Top donors threaten to cut off funding to Sinema

A group of big-dollar donors who have spent millions electing Kyrsten Sinema and other Democratic senators is threatening to sever all funding to her if she doesn’t drop her opposition to changing Senate rules in order to pass voting rights legislation.

In a letter to the Arizona lawmaker, which was first obtained by POLITICO, 70 Democratic donors — some of whom gave Sinema’s 2018 campaign the maximum contribution allowed by law — said they will support a primary challenge to Sinema and demanded that she refund their contributions to her 2018 campaign if she doesn’t budge.

“We are terrified about our prospects as a democracy if we do not pass the Freedom to Vote Act and John Lewis VRA Act,” they wrote in the 1,400-word missive. “We appreciate your support of these bills, but they will die without your action on Senate rules. Bipartisanship works only if it is reciprocal. Republicans are gutting our electoral system in state capitals with no federal check on them. This is life and death important to us.”

The broadside is the latest example of the fury among a growing number of Democratic donors, lawmakers and organizations after Sinema’s rejection of their pleas to do away with the filibuster. They are turning the screws on her in the hours before the Senate careens toward a showdown over voting rights Wednesday evening, which is expected to end in failure for Democrats because they lack the votes to create an exception to the filibuster.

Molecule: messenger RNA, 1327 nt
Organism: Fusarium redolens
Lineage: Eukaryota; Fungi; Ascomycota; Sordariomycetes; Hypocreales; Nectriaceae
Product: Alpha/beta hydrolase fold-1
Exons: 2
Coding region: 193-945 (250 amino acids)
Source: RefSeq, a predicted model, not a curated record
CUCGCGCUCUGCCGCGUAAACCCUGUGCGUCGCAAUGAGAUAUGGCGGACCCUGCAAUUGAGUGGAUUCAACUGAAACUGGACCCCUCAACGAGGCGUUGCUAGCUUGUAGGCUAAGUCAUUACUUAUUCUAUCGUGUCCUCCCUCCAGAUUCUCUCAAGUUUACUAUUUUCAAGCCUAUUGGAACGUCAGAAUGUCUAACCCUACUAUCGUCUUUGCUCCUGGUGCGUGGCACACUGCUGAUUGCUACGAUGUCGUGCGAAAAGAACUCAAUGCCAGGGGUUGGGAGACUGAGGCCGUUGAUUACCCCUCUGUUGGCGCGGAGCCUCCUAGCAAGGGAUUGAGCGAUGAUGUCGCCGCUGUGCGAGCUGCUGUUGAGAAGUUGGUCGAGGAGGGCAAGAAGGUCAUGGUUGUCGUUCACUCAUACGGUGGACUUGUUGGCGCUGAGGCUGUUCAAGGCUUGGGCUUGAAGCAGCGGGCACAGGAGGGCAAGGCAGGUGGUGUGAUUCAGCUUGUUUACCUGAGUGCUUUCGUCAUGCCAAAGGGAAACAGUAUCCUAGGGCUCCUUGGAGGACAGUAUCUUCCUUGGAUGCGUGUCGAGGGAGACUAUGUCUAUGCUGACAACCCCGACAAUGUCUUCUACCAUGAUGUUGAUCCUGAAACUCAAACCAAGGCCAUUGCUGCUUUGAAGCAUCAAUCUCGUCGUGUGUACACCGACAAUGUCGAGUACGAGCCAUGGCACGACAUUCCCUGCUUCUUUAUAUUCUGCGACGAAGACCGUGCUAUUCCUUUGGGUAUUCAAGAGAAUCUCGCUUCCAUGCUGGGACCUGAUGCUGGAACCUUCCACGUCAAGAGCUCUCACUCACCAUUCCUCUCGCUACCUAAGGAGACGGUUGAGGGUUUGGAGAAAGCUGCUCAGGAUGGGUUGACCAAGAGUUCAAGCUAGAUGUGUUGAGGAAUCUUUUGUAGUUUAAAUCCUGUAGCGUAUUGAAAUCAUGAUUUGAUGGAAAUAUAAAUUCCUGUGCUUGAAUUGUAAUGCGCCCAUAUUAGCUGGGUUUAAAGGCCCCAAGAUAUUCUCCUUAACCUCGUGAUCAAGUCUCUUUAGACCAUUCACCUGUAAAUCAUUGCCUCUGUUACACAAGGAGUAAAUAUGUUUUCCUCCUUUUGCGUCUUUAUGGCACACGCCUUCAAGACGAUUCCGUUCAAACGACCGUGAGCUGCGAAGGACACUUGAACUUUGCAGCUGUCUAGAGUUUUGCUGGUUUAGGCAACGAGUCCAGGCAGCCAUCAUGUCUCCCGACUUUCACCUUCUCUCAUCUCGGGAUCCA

“I can’t recall this kind of pressure coming from party regulars,” said Adam Jentleson, a Democratic strategist who supports eliminating the filibuster and wrote the book “Kill Switch: The Rise of the Modern Senate and the Crippling of American Democracy.” “I think it says a lot that there’s this level of feeling right now.”

Sinema is up for reelection in 2024.

Democrats believe the need to pass a voting rights bill is particularly urgent in the wake of former President Donald Trump’s attempts to overturn the 2020 election results, as well as the efforts of GOP-led states to push through a slew of bills restricting voting The voting rights legislation is a top priority of President Joe Biden as he wrestles with low job approval ratings and setbacks to his agenda.

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